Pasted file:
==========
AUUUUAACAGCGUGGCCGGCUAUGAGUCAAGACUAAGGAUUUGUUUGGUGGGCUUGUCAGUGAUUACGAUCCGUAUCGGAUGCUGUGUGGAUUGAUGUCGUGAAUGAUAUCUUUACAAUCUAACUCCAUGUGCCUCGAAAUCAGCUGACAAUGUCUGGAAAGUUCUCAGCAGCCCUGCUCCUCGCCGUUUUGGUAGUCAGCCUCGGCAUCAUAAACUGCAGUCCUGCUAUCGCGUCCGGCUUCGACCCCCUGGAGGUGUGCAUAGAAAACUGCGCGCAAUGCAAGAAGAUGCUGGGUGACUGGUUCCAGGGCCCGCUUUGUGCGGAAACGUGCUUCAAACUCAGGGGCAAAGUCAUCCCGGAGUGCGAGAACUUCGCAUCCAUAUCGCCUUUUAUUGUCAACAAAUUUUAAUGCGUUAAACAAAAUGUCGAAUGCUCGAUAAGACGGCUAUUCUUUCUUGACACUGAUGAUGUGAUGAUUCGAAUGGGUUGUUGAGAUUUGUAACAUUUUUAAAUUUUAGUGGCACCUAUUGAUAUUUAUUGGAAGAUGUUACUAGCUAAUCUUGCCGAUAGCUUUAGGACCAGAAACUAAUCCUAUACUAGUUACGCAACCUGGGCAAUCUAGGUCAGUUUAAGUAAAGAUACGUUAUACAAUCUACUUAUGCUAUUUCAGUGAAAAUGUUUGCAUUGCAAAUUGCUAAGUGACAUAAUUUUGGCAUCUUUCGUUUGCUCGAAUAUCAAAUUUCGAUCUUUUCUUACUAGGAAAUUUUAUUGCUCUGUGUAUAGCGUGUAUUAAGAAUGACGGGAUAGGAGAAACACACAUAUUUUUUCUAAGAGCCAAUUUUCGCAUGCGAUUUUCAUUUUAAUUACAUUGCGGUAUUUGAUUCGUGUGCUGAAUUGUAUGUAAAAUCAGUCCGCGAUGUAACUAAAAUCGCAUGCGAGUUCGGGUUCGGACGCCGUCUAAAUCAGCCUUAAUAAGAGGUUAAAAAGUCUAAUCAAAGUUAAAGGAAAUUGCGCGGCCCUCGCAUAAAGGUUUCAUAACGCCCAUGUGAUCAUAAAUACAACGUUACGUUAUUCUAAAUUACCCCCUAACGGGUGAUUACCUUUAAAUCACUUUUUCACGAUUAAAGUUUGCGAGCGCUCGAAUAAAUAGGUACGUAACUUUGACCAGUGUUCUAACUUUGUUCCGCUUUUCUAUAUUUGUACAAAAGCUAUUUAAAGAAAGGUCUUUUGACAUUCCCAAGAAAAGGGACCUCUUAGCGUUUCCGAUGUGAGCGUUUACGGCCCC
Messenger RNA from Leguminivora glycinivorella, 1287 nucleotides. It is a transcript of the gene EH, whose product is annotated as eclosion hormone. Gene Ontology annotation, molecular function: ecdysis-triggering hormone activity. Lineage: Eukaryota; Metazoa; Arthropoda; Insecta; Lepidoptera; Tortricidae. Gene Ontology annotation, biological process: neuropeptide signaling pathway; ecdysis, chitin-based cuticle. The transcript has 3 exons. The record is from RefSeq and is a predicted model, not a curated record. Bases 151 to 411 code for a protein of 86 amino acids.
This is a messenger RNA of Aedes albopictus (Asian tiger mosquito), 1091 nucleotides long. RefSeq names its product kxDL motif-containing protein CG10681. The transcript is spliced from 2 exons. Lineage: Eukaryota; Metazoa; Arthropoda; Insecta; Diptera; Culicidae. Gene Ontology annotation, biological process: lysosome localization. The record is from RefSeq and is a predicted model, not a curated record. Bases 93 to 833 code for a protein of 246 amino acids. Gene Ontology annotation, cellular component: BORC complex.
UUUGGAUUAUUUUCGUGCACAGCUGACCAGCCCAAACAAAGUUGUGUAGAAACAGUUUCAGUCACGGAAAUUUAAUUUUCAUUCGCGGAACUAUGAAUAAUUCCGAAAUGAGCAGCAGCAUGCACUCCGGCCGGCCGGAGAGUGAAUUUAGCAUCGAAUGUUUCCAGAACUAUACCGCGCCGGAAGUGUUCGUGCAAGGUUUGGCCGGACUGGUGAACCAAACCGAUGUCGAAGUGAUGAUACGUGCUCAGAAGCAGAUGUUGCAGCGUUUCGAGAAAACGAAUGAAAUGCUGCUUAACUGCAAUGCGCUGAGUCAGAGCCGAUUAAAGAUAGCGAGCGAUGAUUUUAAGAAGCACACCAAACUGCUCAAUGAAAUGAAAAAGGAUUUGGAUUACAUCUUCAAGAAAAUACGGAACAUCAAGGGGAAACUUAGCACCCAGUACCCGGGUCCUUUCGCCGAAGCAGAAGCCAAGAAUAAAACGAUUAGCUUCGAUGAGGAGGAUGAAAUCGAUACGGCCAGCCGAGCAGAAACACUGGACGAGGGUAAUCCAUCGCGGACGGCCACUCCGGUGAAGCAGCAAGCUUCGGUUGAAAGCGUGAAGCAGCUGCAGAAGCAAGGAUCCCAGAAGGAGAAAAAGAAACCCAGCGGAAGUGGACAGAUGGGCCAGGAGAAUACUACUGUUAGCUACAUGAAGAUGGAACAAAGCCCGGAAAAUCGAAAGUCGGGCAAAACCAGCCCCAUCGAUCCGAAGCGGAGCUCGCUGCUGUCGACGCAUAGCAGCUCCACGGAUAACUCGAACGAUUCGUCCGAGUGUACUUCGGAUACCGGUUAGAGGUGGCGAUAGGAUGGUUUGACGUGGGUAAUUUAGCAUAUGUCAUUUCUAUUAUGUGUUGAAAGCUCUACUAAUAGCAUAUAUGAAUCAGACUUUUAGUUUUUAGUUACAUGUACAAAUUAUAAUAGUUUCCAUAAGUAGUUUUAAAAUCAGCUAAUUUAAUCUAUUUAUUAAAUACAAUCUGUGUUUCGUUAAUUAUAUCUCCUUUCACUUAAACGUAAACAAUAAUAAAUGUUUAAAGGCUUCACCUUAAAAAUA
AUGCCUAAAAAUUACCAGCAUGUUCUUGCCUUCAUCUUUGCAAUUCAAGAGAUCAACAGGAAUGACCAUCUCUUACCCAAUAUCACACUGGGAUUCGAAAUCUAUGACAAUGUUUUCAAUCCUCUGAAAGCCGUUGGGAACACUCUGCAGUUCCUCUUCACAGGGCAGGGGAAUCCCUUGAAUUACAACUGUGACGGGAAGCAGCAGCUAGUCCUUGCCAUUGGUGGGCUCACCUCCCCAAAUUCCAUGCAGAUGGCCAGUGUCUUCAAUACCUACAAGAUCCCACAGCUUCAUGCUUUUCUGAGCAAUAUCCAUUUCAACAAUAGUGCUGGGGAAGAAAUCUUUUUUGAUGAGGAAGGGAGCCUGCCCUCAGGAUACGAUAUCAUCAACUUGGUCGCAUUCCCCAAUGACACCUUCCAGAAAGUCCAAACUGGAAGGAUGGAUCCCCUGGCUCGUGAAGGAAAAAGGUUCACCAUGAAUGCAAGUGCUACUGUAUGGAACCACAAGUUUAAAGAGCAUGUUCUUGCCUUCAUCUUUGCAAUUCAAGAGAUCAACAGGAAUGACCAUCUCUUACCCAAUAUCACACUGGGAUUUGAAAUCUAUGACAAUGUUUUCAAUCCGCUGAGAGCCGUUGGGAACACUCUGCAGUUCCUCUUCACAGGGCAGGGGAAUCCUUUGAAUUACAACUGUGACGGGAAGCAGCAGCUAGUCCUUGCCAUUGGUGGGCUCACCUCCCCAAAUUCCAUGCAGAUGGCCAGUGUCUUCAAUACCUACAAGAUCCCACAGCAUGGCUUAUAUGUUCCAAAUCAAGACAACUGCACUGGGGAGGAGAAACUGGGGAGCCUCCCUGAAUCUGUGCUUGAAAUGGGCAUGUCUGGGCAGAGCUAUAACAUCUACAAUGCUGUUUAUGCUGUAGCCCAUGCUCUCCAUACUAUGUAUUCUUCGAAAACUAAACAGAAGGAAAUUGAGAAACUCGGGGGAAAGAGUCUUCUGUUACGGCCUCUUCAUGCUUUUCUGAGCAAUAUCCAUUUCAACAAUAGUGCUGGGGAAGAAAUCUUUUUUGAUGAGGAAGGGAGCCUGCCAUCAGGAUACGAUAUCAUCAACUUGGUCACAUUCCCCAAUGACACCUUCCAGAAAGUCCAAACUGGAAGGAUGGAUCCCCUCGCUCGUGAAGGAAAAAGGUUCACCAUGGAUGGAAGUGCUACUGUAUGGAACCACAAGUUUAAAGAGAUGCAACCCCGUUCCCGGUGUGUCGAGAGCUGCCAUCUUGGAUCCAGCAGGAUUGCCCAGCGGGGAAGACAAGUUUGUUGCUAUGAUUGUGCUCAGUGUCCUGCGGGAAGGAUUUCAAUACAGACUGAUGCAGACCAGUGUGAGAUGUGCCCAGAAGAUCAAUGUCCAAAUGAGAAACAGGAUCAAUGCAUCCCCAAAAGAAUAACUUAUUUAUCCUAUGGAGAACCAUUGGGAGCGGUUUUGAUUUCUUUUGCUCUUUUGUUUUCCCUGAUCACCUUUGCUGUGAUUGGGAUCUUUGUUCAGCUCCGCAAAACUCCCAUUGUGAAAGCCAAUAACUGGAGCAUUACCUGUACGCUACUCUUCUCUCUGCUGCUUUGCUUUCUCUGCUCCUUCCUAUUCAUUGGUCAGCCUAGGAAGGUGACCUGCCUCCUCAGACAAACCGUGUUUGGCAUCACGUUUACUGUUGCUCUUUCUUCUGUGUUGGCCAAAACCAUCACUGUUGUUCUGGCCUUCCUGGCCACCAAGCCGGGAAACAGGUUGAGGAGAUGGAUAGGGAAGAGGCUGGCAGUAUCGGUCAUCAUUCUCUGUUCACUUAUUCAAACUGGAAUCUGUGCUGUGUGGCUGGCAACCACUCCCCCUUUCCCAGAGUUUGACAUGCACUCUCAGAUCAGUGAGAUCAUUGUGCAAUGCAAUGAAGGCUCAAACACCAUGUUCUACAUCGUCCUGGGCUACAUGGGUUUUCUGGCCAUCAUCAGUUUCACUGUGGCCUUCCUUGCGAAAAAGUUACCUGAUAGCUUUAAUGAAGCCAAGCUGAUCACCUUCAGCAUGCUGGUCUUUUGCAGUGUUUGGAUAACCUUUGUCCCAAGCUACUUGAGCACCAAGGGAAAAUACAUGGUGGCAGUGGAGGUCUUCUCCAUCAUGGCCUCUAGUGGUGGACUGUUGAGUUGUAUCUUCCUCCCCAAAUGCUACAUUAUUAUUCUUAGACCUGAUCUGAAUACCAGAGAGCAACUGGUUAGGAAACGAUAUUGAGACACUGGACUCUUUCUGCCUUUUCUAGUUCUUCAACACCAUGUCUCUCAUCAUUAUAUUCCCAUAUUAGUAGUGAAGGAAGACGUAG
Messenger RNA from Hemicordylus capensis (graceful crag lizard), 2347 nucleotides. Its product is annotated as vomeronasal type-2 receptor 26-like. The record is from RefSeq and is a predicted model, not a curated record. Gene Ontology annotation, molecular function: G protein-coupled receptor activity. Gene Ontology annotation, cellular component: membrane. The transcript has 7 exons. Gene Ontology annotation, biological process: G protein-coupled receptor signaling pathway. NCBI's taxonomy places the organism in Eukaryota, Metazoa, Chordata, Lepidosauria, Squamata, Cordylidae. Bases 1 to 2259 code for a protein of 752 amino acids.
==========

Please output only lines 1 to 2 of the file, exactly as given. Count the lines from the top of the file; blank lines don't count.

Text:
AUUUUAACAGCGUGGCCGGCUAUGAGUCAAGACUAAGGAUUUGUUUGGUGGGCUUGUCAGUGAUUACGAUCCGUAUCGGAUGCUGUGUGGAUUGAUGUCGUGAAUGAUAUCUUUACAAUCUAACUCCAUGUGCCUCGAAAUCAGCUGACAAUGUCUGGAAAGUUCUCAGCAGCCCUGCUCCUCGCCGUUUUGGUAGUCAGCCUCGGCAUCAUAAACUGCAGUCCUGCUAUCGCGUCCGGCUUCGACCCCCUGGAGGUGUGCAUAGAAAACUGCGCGCAAUGCAAGAAGAUGCUGGGUGACUGGUUCCAGGGCCCGCUUUGUGCGGAAACGUGCUUCAAACUCAGGGGCAAAGUCAUCCCGGAGUGCGAGAACUUCGCAUCCAUAUCGCCUUUUAUUGUCAACAAAUUUUAAUGCGUUAAACAAAAUGUCGAAUGCUCGAUAAGACGGCUAUUCUUUCUUGACACUGAUGAUGUGAUGAUUCGAAUGGGUUGUUGAGAUUUGUAACAUUUUUAAAUUUUAGUGGCACCUAUUGAUAUUUAUUGGAAGAUGUUACUAGCUAAUCUUGCCGAUAGCUUUAGGACCAGAAACUAAUCCUAUACUAGUUACGCAACCUGGGCAAUCUAGGUCAGUUUAAGUAAAGAUACGUUAUACAAUCUACUUAUGCUAUUUCAGUGAAAAUGUUUGCAUUGCAAAUUGCUAAGUGACAUAAUUUUGGCAUCUUUCGUUUGCUCGAAUAUCAAAUUUCGAUCUUUUCUUACUAGGAAAUUUUAUUGCUCUGUGUAUAGCGUGUAUUAAGAAUGACGGGAUAGGAGAAACACACAUAUUUUUUCUAAGAGCCAAUUUUCGCAUGCGAUUUUCAUUUUAAUUACAUUGCGGUAUUUGAUUCGUGUGCUGAAUUGUAUGUAAAAUCAGUCCGCGAUGUAACUAAAAUCGCAUGCGAGUUCGGGUUCGGACGCCGUCUAAAUCAGCCUUAAUAAGAGGUUAAAAAGUCUAAUCAAAGUUAAAGGAAAUUGCGCGGCCCUCGCAUAAAGGUUUCAUAACGCCCAUGUGAUCAUAAAUACAACGUUACGUUAUUCUAAAUUACCCCCUAACGGGUGAUUACCUUUAAAUCACUUUUUCACGAUUAAAGUUUGCGAGCGCUCGAAUAAAUAGGUACGUAACUUUGACCAGUGUUCUAACUUUGUUCCGCUUUUCUAUAUUUGUACAAAAGCUAUUUAAAGAAAGGUCUUUUGACAUUCCCAAGAAAAGGGACCUCUUAGCGUUUCCGAUGUGAGCGUUUACGGCCCC
Messenger RNA from Leguminivora glycinivorella, 1287 nucleotides. It is a transcript of the gene EH, whose product is annotated as eclosion hormone. Gene Ontology annotation, molecular function: ecdysis-triggering hormone activity. Lineage: Eukaryota; Metazoa; Arthropoda; Insecta; Lepidoptera; Tortricidae. Gene Ontology annotation, biological process: neuropeptide signaling pathway; ecdysis, chitin-based cuticle. The transcript has 3 exons. The record is from RefSeq and is a predicted model, not a curated record. Bases 151 to 411 code for a protein of 86 amino acids.